Bong-Kyu Ahn, Korean (1938 - )

O Jung was born in the year 1938 in a small farm-town in Choong-Nam County, Korea. Enrolling in the Surabul Art College, Seoul in 1958 he studied privately under well-known artists including So Jung, Bun Kwan Shik, from whom he learned the basic techniques of Oriental Painting. Several of his paintings were accepted by the National Contest Exhibition and he taught high school in Korea. O Jung took part in many collective exhibitions and had a dozen one-man shows in Korea and abroad. In 1973 he was one of 13 artists invited to the Bando Gallery in Seoul for its exhibition of Western and Oriental painting in Korea. Three years later he was teaching at Choong-Ang University. He became interested in plants and began to paint most kinds of flowers. He started to exhibit his favorite themes: persimmons, banana plants, and water lillies in 1978. He painted persimmons in many forms not limited to realism but extending into platicism and abstraction.

O Jung was chosen as a member of the Korean Artists Association in 1977 and belonged to a committee responsible for accepting works for its exhibitions. The first time his work was introduced through one of its shows was in 1977 in Japan for Asian Artists. He was sent to the show as a representative of Korea. In 1979 his work was sent to Venezuela for exhibition. O Jung wanted to expand his artistic world internationally and for this reason he traveled to many countries in both Asia and Europe. He also took part in a group exhibition in 1980 with artists from Korea, China, and Japan and had one-man exhibitions in Arabia and New York. In 1984 he traveled to San Francisco for another one-man show and in the same year was given a solo exhibition by the National Museum in Sweden. In 1995 he began to paint large scale paintings during a stay in New York as a distinguished professor at Mercy College, however, his interest in the small world never went away. It is also during this stay the O Jung invented the technique of Woodcarved painting. He continues to experiment with forms and techniques in order to widen his diversity and range of esthetical and emotional experiences.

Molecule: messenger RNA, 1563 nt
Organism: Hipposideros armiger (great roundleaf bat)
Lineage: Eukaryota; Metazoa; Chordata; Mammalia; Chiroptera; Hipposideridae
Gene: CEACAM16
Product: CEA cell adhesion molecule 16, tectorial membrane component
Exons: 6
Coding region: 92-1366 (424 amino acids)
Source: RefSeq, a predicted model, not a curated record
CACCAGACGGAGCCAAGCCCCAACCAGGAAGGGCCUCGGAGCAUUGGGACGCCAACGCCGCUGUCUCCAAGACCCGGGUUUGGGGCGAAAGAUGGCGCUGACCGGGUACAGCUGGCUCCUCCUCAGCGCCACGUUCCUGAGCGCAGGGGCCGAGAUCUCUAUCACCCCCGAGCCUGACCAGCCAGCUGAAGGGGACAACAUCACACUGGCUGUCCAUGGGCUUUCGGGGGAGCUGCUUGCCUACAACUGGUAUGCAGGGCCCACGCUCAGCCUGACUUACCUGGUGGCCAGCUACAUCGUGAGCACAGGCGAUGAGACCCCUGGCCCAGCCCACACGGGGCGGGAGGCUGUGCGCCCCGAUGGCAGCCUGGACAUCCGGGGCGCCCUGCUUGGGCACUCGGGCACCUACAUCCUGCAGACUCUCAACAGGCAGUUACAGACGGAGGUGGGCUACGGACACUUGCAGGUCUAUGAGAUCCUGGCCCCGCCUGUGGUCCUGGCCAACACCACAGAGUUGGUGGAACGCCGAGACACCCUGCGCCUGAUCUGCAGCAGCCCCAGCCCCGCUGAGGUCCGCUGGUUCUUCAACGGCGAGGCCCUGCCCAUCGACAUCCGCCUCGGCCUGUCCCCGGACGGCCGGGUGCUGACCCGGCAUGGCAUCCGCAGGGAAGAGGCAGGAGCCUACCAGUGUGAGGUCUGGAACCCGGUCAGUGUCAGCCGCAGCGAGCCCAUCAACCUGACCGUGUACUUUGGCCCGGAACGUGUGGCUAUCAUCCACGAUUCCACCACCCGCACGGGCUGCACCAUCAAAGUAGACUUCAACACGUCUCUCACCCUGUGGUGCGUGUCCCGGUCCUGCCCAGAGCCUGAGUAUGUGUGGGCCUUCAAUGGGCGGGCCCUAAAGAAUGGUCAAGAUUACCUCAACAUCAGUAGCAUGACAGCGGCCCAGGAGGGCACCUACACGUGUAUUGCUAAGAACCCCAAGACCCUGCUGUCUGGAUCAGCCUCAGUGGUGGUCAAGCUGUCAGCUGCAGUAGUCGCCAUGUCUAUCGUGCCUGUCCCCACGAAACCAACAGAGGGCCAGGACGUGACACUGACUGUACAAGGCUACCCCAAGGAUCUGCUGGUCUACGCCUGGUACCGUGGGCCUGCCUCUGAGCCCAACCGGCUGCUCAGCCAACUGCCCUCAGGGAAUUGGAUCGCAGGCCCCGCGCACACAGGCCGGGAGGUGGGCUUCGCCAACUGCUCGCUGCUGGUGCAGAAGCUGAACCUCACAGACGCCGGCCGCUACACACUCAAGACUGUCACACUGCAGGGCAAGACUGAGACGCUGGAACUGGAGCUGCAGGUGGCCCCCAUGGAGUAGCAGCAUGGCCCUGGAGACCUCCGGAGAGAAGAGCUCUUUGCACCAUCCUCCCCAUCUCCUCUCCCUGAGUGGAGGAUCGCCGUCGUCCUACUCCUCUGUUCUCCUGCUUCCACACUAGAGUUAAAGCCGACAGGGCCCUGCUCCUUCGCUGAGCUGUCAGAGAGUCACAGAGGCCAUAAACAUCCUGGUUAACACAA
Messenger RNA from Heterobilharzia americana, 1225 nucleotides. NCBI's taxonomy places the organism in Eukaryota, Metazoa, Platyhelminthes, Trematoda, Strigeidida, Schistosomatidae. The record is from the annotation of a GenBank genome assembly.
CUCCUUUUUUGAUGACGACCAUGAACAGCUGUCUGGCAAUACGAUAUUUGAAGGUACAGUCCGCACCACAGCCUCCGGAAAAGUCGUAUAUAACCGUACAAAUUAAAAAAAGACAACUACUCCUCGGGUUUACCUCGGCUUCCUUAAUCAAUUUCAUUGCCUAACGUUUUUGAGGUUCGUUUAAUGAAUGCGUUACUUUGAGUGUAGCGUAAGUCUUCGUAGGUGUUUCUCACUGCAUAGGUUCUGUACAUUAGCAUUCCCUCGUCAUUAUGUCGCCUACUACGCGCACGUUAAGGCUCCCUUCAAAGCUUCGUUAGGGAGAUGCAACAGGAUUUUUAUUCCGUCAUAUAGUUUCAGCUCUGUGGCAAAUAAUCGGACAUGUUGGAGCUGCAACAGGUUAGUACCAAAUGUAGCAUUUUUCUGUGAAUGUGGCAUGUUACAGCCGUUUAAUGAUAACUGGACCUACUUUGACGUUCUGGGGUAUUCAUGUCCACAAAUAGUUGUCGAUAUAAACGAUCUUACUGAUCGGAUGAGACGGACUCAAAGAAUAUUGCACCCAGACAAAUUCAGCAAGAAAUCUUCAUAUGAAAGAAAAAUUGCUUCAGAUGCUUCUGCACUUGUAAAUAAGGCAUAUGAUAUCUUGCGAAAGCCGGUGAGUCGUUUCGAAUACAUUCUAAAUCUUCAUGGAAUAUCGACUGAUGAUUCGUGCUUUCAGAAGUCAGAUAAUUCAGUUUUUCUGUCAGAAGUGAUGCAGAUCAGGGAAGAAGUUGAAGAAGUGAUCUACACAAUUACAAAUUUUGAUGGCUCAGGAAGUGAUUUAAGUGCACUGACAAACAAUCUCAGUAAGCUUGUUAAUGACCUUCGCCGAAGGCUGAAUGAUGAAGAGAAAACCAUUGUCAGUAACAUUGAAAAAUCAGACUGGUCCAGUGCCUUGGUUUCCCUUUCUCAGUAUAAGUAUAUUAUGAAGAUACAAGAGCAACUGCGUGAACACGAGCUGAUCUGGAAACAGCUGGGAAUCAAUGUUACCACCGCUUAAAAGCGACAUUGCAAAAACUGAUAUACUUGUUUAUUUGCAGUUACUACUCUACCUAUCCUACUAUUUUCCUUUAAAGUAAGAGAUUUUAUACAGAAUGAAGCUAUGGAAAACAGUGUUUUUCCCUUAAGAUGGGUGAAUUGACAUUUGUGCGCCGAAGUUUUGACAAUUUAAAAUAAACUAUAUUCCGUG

Woodcarved Painting

O Jung begins with a sheet of wood and carves out his desired object’s shape in it in order to get the volume of it. The process is not limited to wood. Any medium, such as stone, can be used. Then it would be called Stonecarved Painting, but the esthetic remains the same. The next step is quite interesting; He fills the impressions with the raw material used for paper production and allows it to dry. When the paper is removed from the wood the result is a raised impression of the object –a sort-of three dimensional paper. He then proceeds to paint over this paper to create the finished painting. In his paintings, volume appears as a symbol, concept, rhythm, or motion whose effect is increased by his technical brushstrokes. It is in this method that he presents his solution for two-dimensional painting in a three-dimensional world. He had learned to paint from nature and could readily abstract subject matter by virtue of his primary commitment to the landscape and still life –motifs free of the psychological tensions implicit in the human image.

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